As the responsibilities of tech giants have soared in the past decade, two foundational Acts of the internet have come under political scrutiny: Section 230 of the Communications Decency Act (CDA) and the Digital Millennium Copyright Act (DMCA). Recently, the Supreme Court tackled cases that challenged each statute. You may be wondering: Do I need to be on the look out for CDA and DMCA updates any time soon?
Short answer: No, not very soon. But keep your finger on the pulse, as changes could affect all internet users, not just Big Tech.
The CDA and DMCA
Both of these acts were passed in the ‘90s, when the internet was first starting to bloom. Regulators sought to alleviate some quick pitfalls that cropped up:
- people’s love of posting “indecent” or “obscene” materials within easy reach of minors and
- using copyrighted material without permission.
CDA & Section 230
The evolution of the CDA defining “indecent” could consume this article and your patience. Relevant here is Section 230, which states:
“No provider or user of an interactive computer service shall be treated as the publisher or speaker of any information provided by another information content provider.”
This serves to offset the assumption that, because internet communication platforms have the appearance of publications, those platforms are liable for the content on their walls, forums, channels, boards, subreddits, feeds, playlists, chat logs, comment sections, etc. Without this provision, every online platform would be treated as having published the content submitted by its users as though it had been printed in a book and distributed.
In reality, that type of policing user content would be akin to monitoring a community bulletin board so you don’t get sued by somebody offended by the Girl Scouts sign someone posted. Lawmakers saw the impossibility of keeping track of all conversations on a platform, so they crafted Section 230 to release platforms from that liability.
This was well before the ubiquity of Facebook, Instagram, and Twitter. In light of recent politically fraught years, critics have asserted that social media tech companies should bear more liability because their influence and the impact of user submitted content reaches so far.
DMCA, the Takedown Notice You Know and Love
The DMCA was passed in 1998. In a similar function to the CDA, it absolves internet service providers of intellectual property liability if so long as they tell infringers to take down infringing content once discovered. It helps internet platforms circumvent the impossible task of policing virtually infinite user submitted materials on their servers, while still requiring the platforms to have a protocol in place to address infringing content.
A recent challenge to the DMCA’s protections came in Sony Music Entertainment v. Cox Communications, in which Sony was actually awarded $1 billion in infringement damages due to Cox’s negligence of and failure to meet certain of the DMCA obligations.
How These Statutes Interact
Advocates say that the CDA and DMCA work together to maintain the free expression of the internet. The ACLU even shared its support of Section 230 when it came under Supreme Court scrutiny in two cases early this year.
The reasoning? When the community bulletin board owner fears getting sued, they stifle expression for their own safety – which might look like limiting the number of push pins or stymying signage through censorship.
If the internet is to be our marketplace of ideas in physical form, there cannot be unnecessary barriers that restrict the free flow and exchange of information. The impact goes beyond free speech and access issues, and can have unanticipated consequences for intellectual property. Categories of intellectual property have risen and fallen at the whims of user submitted content. Older properties have been revived through “meme” culture along with numerous avenues for a property to get exposure where none existed before. These have only been possible through the CDA and DMCA protections provided to platforms which allows them to maintain the free flow of information.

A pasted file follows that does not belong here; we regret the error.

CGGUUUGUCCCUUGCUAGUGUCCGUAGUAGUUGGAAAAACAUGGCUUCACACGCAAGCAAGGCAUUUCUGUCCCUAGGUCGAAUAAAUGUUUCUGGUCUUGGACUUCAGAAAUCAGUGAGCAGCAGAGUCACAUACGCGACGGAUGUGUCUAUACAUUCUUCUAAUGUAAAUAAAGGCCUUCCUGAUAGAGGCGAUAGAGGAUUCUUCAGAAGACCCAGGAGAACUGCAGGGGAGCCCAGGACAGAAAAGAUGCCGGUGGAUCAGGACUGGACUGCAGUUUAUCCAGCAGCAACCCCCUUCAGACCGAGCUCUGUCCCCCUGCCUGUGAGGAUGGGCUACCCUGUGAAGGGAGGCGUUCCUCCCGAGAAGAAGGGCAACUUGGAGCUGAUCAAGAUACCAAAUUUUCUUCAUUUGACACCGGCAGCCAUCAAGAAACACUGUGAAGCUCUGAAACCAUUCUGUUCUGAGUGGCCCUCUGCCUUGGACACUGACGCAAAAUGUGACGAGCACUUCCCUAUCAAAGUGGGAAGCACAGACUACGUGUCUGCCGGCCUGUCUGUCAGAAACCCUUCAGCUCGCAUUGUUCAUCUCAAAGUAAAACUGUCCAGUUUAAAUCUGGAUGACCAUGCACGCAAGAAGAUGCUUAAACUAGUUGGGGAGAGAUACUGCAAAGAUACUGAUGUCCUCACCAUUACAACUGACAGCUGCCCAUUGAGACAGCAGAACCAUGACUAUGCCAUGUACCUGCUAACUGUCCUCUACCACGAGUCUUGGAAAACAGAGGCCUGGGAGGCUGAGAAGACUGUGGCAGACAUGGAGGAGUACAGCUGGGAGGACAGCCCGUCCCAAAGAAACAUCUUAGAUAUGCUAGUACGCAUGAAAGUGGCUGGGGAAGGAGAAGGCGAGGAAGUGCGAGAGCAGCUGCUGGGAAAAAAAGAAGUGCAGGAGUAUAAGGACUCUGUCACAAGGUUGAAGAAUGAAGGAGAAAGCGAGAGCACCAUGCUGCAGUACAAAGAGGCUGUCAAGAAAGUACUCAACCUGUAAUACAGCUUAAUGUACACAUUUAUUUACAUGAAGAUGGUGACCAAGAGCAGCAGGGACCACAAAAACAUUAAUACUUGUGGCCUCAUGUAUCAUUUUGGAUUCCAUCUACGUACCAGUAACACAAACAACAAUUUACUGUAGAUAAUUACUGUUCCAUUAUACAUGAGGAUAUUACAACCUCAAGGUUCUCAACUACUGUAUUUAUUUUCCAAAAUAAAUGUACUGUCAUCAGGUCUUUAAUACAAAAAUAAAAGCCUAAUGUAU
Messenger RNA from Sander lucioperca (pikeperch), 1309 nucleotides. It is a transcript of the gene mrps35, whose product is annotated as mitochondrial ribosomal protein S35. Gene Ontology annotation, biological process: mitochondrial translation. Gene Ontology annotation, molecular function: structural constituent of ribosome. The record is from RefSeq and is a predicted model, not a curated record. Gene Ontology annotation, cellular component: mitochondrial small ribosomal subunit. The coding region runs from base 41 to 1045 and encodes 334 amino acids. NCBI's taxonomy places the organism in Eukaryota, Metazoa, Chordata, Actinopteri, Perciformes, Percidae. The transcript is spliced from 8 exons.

And Their Effect on Businesses
Most notably, low liability keeps much of the internet we’ve come to interact with free or cheap. We may take for granted that we can use digital communication to share, promote, sell, or protect our intellectual property assets (in the case of infringement scans) without prohibitive costs. A Facebook business page is free, but it is easy to imagine that no longer being the case if Facebook has to obtain “user submitted content” insurance similar to a healthcare provider’s medical malpractice insurance! Those kinds of costs and liability considerations would require many if not most online platform providers to start charging users just to keep the servers humming.
Without the CDA protections, the community bulletin board either turns into a pay-to-post board or gets taken down entirely. Neither can be said to be the marketplace of ideas.
The DMCA gives platform providers a clear and uniform path to deal with online copyright infringement and avoid litigation. The CDA works in conjunction as an extra-soft landing for internet service providers seeking further insulation from lawsuits. If the CDA and DMCA are shaken, hosting user submitted content online will become much dicier – and if infringement lawsuits become a question of when, not if, it is hard to see any way a platform provider takes on those costs without passing them to consumers or taking the whole platform down.
These are the reasons why these two measures and the shifting political landscape are important. But to avoid being labeled an alarmist, let’s jump back to the beginning for a moment: even if big change happens, it’s not coming anytime soon and it certainly won’t happen under the radar.